LINCOLN — Expect to see a lot of incumbents on the ballot for state constitutional offices in 2022.
The Governor’s Office is the obvious exception because Gov. Pete Ricketts is term-limited and cannot run for reelection.
The traditional Labor Day timetable to launch campaigns passed without any official announcements. But sources say most, if not all, incumbents are planning to run again for the offices of state auditor, treasurer, secretary of state and attorney general.
All of the incumbents are Republicans, and if they all run, they will be strongly favored to retain the GOP’s stronghold on every constitutional post at the State Capitol.
The one question mark, sources say, is whether Attorney General Doug Peterson will seek a third four-year term.
Peterson, a 62-year-old Lincoln attorney, provided a “no comment” a week ago when asked about persistent comments from state political observers that he won’t seek reelection.
Peterson bested three other Republicans in the 2014 primary, then easily won the post in the general election that year over Democrat Janet Stewart. He was reelected in 2018.
Peterson has been a consistent conservative voice while in office. He has opposed legalization of medical marijuana and expansion of gambling, and joined in a lawsuit seeking to end the Deferred Action for Childhood Arrivals program, which provides protected status to immigrants who were brought to the country illegally as children. He also sided with Texas in a lawsuit contesting the election of President Joe Biden; that inspired some criticism and an ethics complaint by former State Sen. Ernie Chambers, who called the action frivolous.
Peterson also got tougher laws passed against human trafficking. His lawyers won a guilty verdict in a years-old murder case involving a missing Peru State student and successfully defended the state against a civil rights lawsuit claiming that the state’s overcrowded prisons were providing substandard health care.
State Sen. Mike Hilgers of Lincoln, the speaker of the Legislature, declined to comment on speculation that he’s interested in running for attorney general. Hilgers, a Lincoln attorney, placed third in the 2014 GOP primary behind Peterson and Brian Buescher, now a federal judge.
State Auditor Charlie Janssen, also a Republican, did not return messages seeking comment Friday, but a political consultant who recently spoke with him said Janssen is planning to seek a third four-year term.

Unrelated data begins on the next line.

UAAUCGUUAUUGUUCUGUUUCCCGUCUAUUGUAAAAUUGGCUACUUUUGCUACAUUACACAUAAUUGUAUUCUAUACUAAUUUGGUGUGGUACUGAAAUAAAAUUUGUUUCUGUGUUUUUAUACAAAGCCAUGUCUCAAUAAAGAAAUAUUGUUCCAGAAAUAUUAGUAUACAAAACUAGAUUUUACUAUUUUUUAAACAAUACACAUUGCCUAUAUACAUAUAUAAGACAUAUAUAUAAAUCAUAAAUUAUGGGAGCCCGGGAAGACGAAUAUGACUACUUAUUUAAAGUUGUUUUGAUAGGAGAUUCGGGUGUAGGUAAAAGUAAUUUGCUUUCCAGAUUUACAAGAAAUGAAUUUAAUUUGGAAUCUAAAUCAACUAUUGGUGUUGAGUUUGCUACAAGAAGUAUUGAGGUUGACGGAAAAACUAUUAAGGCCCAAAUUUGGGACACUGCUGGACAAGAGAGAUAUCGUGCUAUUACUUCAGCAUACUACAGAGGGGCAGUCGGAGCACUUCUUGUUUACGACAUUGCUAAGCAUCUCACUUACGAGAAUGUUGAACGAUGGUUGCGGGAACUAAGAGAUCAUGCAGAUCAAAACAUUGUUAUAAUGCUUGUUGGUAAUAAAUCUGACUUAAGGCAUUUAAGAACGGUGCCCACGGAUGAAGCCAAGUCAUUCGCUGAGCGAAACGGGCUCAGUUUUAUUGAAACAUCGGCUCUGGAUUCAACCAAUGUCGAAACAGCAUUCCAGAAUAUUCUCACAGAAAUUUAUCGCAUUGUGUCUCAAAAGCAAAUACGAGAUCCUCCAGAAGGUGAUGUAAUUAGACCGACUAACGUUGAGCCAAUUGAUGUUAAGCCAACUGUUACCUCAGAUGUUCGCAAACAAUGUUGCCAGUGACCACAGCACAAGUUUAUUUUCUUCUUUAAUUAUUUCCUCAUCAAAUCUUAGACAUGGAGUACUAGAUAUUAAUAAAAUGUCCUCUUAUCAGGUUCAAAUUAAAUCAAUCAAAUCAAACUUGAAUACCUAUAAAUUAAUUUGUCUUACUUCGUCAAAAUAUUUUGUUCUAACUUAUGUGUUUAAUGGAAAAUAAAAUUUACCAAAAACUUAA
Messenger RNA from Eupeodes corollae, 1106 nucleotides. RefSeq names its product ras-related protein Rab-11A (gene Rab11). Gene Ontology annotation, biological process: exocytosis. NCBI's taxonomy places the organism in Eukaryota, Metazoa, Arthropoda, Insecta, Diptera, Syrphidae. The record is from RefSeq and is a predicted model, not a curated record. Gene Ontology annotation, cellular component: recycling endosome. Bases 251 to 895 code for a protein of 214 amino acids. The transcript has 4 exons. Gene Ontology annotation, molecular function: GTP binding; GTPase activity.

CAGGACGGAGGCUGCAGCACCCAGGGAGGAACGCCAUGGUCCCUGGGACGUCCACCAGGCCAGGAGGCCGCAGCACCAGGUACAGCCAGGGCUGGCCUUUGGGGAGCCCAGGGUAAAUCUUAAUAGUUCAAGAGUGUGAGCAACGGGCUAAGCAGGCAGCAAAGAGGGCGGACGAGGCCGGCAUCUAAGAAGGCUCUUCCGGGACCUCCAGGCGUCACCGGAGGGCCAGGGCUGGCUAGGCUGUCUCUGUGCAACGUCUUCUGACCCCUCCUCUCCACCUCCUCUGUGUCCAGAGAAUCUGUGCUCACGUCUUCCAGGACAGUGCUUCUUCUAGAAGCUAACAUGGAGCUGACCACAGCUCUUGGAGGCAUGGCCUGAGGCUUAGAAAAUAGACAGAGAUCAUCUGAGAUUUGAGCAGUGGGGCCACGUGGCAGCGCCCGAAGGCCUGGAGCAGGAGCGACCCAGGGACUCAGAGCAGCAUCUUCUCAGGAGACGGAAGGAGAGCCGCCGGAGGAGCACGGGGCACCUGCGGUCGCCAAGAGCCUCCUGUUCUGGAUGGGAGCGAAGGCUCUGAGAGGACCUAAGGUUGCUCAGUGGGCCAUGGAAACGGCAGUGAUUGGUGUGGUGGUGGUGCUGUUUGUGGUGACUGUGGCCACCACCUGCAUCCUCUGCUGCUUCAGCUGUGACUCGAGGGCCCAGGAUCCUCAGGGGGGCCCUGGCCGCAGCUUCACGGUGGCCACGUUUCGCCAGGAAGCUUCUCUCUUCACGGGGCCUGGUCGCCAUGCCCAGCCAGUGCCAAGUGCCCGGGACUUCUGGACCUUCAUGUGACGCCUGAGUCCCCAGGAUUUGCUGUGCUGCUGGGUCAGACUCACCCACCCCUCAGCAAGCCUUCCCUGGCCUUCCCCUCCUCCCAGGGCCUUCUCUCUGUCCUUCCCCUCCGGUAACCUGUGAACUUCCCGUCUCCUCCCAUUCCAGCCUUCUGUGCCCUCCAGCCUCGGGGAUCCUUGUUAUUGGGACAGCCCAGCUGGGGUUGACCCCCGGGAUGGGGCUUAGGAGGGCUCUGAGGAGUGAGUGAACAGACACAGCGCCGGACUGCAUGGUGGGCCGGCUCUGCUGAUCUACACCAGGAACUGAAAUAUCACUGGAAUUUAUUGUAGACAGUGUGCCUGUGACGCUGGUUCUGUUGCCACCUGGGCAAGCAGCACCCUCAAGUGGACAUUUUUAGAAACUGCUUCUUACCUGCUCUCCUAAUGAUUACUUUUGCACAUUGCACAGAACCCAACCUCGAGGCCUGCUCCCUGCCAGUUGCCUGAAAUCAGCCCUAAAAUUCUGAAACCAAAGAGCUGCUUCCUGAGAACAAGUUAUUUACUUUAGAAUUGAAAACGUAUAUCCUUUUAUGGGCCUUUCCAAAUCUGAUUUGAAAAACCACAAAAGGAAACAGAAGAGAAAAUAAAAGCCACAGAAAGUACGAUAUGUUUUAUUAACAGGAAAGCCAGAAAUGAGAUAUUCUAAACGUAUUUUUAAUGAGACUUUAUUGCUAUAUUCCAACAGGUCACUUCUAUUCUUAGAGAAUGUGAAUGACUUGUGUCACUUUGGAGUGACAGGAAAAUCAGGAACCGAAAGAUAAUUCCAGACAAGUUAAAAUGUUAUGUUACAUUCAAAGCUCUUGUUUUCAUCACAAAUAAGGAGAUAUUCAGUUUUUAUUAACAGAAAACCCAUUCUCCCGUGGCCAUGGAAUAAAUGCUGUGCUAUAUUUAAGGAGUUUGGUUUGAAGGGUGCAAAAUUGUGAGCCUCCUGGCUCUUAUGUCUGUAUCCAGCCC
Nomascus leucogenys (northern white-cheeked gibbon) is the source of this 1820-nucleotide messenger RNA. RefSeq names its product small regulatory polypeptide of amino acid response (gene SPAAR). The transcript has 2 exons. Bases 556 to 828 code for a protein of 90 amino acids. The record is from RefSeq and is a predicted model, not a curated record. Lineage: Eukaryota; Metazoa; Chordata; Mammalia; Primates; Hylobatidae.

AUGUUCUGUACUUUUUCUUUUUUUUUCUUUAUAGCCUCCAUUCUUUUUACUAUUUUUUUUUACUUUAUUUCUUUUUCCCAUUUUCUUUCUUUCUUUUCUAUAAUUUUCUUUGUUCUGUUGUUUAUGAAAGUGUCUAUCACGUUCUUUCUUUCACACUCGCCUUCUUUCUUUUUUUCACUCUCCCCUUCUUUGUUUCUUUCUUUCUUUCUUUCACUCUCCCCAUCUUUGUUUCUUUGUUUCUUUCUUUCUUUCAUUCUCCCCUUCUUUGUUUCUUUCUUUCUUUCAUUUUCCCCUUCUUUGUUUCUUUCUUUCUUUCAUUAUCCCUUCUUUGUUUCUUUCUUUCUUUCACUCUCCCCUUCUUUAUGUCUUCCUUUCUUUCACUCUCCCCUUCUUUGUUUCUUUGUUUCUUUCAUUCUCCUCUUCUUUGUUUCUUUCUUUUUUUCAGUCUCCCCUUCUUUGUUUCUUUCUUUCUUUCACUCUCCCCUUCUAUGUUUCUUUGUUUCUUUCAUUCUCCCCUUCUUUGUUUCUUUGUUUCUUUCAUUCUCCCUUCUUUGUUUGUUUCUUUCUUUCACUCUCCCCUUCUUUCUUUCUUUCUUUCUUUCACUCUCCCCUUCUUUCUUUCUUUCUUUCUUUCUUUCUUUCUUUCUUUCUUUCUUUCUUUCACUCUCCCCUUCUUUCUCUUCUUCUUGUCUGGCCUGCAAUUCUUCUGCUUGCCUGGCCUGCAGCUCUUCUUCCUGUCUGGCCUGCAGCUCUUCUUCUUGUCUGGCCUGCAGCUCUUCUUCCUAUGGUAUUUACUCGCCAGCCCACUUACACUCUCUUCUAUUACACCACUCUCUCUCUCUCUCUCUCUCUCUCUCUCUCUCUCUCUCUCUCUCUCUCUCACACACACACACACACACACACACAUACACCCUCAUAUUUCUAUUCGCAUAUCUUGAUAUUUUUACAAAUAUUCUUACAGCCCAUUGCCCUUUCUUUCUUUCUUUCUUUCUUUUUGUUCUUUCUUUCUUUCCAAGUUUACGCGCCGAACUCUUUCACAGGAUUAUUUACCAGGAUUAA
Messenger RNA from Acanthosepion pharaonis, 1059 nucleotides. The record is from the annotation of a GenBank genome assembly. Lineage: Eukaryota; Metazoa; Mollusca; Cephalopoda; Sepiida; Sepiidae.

Janssen, a 50-year-old former state senator, drew controversy three years ago when a World-Herald investigation revealed that he was taking three-hour, beer-drinking lunches at a Lincoln tavern and that he was often absent from his State Capitol office. Despite that, he won reelection in 2018 by a wide margin over his Democratic challenger.
Janssen is co-owner and CEO of a Fremont-based company that provides temporary medical staff. He first won election as state auditor in 2014, defeating State Sen. Amanda McGill, a Democrat, for the $85,000-a-year post.
Campaign finance reports for 2020 showed no fundraising that year by Janssen, which helped fuel speculation that he wasn’t planning a reelection bid. He had about $13,000 in his campaign account as of Jan. 1.
Peterson reported only one donation last year — $2,000 from Amazon — and reported spending about $22,000, mostly on charitable donations to groups such as Project Harmony, an Omaha nonprofit that fights child abuse and neglect, and the Legal Aid Society, which provides lawyers for the indigent in civil matters. He reported a year-end balance of about $26,000.
Both Secretary of State Bob Evnen and State Treasurer John Murante took in more campaign contributions last year, helping to bolster views among political observers that they will run for reelection.
Both Evnen and Murante said they will announce their intentions later this month.
Last year, Evnen took in $5,000 and spent about $7,000, mostly for political consulting. He was elected in 2018 after then-Secretary of State John Gale announced that he was retiring.
“I have enjoyed it,” said Evnen, a 68-year-old attorney. “I hope that the people of the state feel that I’ve done well for them.”
Murante, 39, served six years in the Nebraska Legislature, representing the Gretna area, before being elected state treasurer in 2018. He raised almost $25,000 last year and reported a balance, as of Jan. 1, of about $86,000 in his campaign account.
As state treasurer, Murante, a former small business operator, has been aggressive in marketing the state’s college savings plan and returning unclaimed property to its owners.
Jane Kleeb, chair of the Nebraska Democratic Party, said that she has some possible candidates identified for the constitutional offices but that no one has confirmed a candidacy as of yet.